It’s often said that some of the best inventions started out as accidents. In the mind of a programmer, however, what some may see as an accident is simply a problem in need of a solution.Take, for example, Linden Tibbets, programmer-turned-entrepreneur. While waiting in line for Indian food in 2009, eyeing a solution to his hunger, Linden Tibbets’ mind was toying with logic problems. Having been immersed in Flash applications, he stared up at the ceiling and ruminated on the simple truth that every time an action takes place, another action follows. Shortly thereafter, his eureka moment came when he realized that simple event-driven programming logic (“If this, then that”) could be harnessed to allow anyone to put the Internet to work for their own gain. Inspired by Jane Fulton Suri’s Thoughtless Acts, Tibbets realized that context is key, and that, by changing the tools one has at one’s disposal, a wealth of new possibilities can be generated from the same equation.
While our ability to access information has become nearly limitless, creatively connecting that information is what truly drives innovation. As Tibbets noted recently, “We’re in a transition...we’ve been overwhelmed with information, but the tools to help us parse and understand that information have been lagging behind. I think we can take this overload of information and rise above it and sit on top of it again. By being more in control and saying where information goes, we can digest it without getting sick.” The impetus behind Tibbets’ resulting startup, Ifttt, is ultimately to enable anyone to take advantage of structures that are normally solely the domain of engineers.
With Ifttt, users can create a task associated with a trigger, which sparks an action through a channel, like Twitter, Facebook, or Instagram. For example, if an avid photographer wants to instantly back up any their photos, they can instruct Ifttt to post every photo they take with the app Instagram (one of Tibbets’ favorites) to their Tumblr. Furthermore, any task can be saved as a “recipe”, to be shared with the entire community. Tibbets likens Ifttt to “digital duct tape,” noting on the Ifttt blog that, “Much like in the physical world when a 12-year-old wants a lightsaber, cuts the handle off an old broom and shoves a bike grip on the other end, you can take two things in the digital world and combine them in ways the original creators never imagined.”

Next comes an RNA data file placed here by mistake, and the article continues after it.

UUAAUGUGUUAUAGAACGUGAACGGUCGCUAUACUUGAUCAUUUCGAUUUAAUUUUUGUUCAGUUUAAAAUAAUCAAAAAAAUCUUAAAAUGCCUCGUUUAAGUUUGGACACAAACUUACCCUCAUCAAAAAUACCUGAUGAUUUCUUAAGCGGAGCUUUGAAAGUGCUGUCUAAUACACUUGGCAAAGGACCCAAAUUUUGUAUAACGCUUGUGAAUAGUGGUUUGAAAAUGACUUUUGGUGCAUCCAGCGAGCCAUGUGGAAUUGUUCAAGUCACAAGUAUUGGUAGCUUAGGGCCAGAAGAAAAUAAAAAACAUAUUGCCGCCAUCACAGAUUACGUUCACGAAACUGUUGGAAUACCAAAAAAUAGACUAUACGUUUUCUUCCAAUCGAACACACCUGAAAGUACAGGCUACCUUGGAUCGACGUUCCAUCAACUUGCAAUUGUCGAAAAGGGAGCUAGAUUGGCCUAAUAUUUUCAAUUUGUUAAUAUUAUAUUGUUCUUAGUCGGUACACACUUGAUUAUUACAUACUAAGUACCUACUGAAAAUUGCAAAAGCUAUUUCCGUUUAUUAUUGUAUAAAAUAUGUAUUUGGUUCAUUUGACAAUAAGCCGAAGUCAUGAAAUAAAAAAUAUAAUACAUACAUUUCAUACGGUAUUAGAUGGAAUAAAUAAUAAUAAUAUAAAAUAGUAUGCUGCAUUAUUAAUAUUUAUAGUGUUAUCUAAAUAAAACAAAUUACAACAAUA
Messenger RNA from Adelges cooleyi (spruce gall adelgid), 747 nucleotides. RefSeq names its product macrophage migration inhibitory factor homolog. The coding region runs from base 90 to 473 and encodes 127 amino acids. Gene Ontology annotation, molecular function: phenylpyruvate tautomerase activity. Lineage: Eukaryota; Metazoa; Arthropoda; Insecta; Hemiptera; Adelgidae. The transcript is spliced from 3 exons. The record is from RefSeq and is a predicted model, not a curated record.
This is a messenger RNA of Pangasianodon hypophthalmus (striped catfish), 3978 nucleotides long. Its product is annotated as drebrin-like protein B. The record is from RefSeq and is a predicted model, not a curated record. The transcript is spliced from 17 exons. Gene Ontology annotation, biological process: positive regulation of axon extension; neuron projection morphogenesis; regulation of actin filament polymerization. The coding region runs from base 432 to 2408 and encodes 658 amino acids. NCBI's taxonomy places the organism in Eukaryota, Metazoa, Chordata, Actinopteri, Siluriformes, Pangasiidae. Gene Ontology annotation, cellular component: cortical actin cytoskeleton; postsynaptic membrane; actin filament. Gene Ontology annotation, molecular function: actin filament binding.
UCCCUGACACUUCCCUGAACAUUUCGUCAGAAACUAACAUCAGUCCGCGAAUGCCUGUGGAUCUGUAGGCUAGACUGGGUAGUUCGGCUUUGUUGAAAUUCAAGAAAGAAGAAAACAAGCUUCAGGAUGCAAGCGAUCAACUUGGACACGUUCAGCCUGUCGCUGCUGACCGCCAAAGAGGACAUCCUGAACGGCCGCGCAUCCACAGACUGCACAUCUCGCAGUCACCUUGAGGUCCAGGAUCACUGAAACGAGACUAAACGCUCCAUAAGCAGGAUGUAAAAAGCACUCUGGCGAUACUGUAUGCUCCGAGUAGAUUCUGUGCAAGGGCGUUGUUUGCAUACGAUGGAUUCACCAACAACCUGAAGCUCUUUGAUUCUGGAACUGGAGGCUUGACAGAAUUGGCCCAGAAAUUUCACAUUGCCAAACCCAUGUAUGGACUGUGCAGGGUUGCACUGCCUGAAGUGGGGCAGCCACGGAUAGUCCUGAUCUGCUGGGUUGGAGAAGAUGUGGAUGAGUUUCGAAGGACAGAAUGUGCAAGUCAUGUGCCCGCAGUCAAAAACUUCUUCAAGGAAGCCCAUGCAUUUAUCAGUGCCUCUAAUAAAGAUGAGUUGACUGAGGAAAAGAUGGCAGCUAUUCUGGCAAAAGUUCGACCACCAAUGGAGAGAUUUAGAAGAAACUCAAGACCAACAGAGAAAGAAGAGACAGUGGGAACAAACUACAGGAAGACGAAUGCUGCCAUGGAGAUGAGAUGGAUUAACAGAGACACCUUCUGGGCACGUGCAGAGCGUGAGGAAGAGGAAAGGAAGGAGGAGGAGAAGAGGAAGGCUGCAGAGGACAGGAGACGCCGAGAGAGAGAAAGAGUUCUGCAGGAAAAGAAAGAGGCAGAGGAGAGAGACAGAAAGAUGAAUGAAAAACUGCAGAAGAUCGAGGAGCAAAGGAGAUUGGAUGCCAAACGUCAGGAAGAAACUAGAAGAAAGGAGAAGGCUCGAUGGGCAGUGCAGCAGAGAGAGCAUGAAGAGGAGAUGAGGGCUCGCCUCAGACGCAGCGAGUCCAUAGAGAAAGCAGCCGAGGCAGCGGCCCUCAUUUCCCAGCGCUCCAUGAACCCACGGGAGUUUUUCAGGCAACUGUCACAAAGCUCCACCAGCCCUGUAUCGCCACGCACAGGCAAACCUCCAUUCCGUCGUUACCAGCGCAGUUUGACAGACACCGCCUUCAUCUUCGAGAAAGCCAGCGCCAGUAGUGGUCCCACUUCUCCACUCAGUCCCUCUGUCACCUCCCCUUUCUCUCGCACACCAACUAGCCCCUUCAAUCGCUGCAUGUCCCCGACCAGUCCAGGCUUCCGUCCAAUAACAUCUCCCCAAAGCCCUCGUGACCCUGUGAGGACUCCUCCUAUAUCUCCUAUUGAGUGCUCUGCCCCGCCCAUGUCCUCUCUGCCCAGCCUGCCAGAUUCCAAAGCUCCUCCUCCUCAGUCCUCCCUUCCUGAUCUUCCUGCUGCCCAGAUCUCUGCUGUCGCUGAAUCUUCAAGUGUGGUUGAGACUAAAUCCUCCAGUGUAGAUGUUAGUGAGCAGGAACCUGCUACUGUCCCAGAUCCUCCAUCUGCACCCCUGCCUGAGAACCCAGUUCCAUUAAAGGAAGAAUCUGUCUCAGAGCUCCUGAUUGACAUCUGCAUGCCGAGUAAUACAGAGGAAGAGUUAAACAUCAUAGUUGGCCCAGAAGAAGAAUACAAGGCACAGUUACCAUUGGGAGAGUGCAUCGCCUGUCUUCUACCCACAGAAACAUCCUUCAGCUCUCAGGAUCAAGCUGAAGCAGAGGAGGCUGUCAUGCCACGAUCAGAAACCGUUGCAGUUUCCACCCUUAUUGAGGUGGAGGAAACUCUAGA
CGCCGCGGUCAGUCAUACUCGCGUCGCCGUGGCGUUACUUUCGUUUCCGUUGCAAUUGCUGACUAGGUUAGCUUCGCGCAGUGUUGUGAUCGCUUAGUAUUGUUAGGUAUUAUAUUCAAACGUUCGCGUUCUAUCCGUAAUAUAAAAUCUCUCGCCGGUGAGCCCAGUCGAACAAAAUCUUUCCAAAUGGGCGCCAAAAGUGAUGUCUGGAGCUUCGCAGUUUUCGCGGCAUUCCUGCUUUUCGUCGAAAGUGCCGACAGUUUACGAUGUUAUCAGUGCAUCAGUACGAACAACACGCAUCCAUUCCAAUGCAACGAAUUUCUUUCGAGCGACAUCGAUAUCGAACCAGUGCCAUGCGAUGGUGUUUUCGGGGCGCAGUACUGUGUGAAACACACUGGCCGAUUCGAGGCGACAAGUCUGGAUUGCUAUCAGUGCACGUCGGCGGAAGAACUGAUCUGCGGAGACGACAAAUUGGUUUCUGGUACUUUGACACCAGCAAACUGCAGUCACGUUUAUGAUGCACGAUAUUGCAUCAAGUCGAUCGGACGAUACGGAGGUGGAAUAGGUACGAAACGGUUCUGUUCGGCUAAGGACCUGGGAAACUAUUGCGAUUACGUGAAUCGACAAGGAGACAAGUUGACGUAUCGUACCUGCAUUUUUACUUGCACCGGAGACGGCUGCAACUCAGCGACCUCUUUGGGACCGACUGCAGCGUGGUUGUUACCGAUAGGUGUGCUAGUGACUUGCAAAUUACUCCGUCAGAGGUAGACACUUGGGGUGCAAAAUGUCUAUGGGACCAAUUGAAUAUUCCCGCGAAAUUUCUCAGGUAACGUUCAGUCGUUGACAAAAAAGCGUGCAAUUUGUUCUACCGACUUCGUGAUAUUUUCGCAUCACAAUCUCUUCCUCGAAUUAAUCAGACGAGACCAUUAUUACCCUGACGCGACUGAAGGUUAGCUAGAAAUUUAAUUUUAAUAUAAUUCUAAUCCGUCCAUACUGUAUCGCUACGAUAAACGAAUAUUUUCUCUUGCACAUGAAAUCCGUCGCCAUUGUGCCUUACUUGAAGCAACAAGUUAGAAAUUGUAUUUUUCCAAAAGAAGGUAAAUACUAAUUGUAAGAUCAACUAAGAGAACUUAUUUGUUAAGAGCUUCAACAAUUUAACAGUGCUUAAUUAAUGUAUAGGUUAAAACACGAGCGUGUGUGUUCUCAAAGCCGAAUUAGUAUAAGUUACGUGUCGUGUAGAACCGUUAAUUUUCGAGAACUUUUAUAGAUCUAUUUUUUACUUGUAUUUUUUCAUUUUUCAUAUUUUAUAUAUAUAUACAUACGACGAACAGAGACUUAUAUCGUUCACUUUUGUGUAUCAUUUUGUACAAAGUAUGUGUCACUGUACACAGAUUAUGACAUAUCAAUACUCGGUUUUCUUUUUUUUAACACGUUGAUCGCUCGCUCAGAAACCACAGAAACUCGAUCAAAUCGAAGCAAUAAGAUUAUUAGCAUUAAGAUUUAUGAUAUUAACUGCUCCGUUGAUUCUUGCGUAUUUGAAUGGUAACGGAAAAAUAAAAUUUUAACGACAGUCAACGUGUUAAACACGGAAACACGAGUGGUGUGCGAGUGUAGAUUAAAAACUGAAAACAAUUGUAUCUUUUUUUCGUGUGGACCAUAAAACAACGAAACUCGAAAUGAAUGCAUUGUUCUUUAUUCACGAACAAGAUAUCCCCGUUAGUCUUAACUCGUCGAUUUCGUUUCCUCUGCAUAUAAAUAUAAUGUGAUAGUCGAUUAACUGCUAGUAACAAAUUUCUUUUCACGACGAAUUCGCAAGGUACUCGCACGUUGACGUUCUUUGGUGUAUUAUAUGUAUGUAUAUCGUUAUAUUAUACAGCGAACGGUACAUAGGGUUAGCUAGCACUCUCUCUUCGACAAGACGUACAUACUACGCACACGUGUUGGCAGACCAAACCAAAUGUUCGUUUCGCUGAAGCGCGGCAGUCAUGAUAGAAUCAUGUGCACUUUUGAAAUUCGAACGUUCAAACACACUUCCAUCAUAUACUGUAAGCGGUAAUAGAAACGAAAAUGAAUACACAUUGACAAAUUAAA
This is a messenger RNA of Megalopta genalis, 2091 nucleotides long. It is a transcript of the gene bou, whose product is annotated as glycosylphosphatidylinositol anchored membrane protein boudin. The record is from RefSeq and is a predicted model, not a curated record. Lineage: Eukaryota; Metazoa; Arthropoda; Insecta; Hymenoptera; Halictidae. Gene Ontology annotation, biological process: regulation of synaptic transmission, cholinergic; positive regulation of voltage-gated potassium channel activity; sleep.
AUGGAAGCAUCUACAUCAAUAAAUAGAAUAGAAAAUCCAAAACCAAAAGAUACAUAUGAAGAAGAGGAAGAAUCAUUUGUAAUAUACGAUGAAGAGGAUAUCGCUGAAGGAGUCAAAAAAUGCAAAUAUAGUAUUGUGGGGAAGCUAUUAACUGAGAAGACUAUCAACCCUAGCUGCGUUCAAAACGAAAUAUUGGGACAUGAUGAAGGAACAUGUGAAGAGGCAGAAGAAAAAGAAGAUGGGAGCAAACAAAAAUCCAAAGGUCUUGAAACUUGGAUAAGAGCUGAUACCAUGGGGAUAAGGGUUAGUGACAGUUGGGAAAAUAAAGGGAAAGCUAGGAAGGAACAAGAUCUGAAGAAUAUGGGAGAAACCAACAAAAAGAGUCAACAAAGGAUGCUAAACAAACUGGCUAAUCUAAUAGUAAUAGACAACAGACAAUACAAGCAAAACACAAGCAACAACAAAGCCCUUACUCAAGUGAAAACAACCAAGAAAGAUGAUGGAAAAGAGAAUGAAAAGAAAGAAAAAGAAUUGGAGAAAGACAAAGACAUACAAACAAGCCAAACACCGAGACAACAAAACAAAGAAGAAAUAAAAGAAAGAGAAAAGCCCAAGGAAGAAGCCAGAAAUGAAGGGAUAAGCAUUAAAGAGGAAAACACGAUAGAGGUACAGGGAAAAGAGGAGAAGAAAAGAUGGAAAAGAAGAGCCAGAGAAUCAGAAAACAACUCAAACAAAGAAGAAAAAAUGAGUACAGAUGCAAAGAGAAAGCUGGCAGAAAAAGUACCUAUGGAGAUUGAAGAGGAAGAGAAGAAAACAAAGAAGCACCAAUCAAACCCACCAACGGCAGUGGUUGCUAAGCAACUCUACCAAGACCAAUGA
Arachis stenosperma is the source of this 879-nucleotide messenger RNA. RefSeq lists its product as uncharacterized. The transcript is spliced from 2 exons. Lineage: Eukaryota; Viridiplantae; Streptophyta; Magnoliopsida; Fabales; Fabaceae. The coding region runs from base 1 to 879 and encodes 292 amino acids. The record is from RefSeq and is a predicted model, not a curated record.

However, Tibbets recognizes that genius is one percent inspiration, 99-percent perspiration: “You have to feed that fire. You can be very intense for days on end, stressed out and banging your head against the wall. The answer that pops into your head may not be the one you were seeking, but it may be a way to reframe the problem.”
The effectiveness of Ifttt is credited in part to the fact that Tibbets has always been more focused on building a quality product than on the hype that has come to be associated with the startup culture in recent years. Successful entrepreneurs would undoubtedly agree that having a genuine passion for and interest in one’s project is crucial. With a background in computer engineering and probing interest in interaction design, prior to his work on Ifttt Tibbets dabbled in a startup that enabled users to vote on film ideas. However, he felt impelled to search for another problem that he could engineer a solution for: “Don’t look around at what everybody else is doing. Find something you’re extremely interested in and try to solve a problem that you have. Maybe even search for that problem. I think a lot of times people identify opportunities, and that’s all they are. It’s not something they’re really passionate about. It’s gonna take a lot out of you to get this on the ground. If you don’t have a passion for it you’ll get burned out.”
“We can’t solve problems by using the same kind of thinking we used when we created them.” - Albert Einstein
Tibbets also underscored the importance of giving yourself enough time to explore before settling on a particular direction on which to focus. “I think there’s also this general need to be able to experiment and be able to take a step back and listen to feedback,” he said. “You have to be able to walk away from something and figure out what that direction is, and take the time to be considerate about it.” Whether you’re an engineer, and entrepreneur, or an ingenue, success hinges on the ability to step outside your comfort zone. Perhaps Einstein was on to something.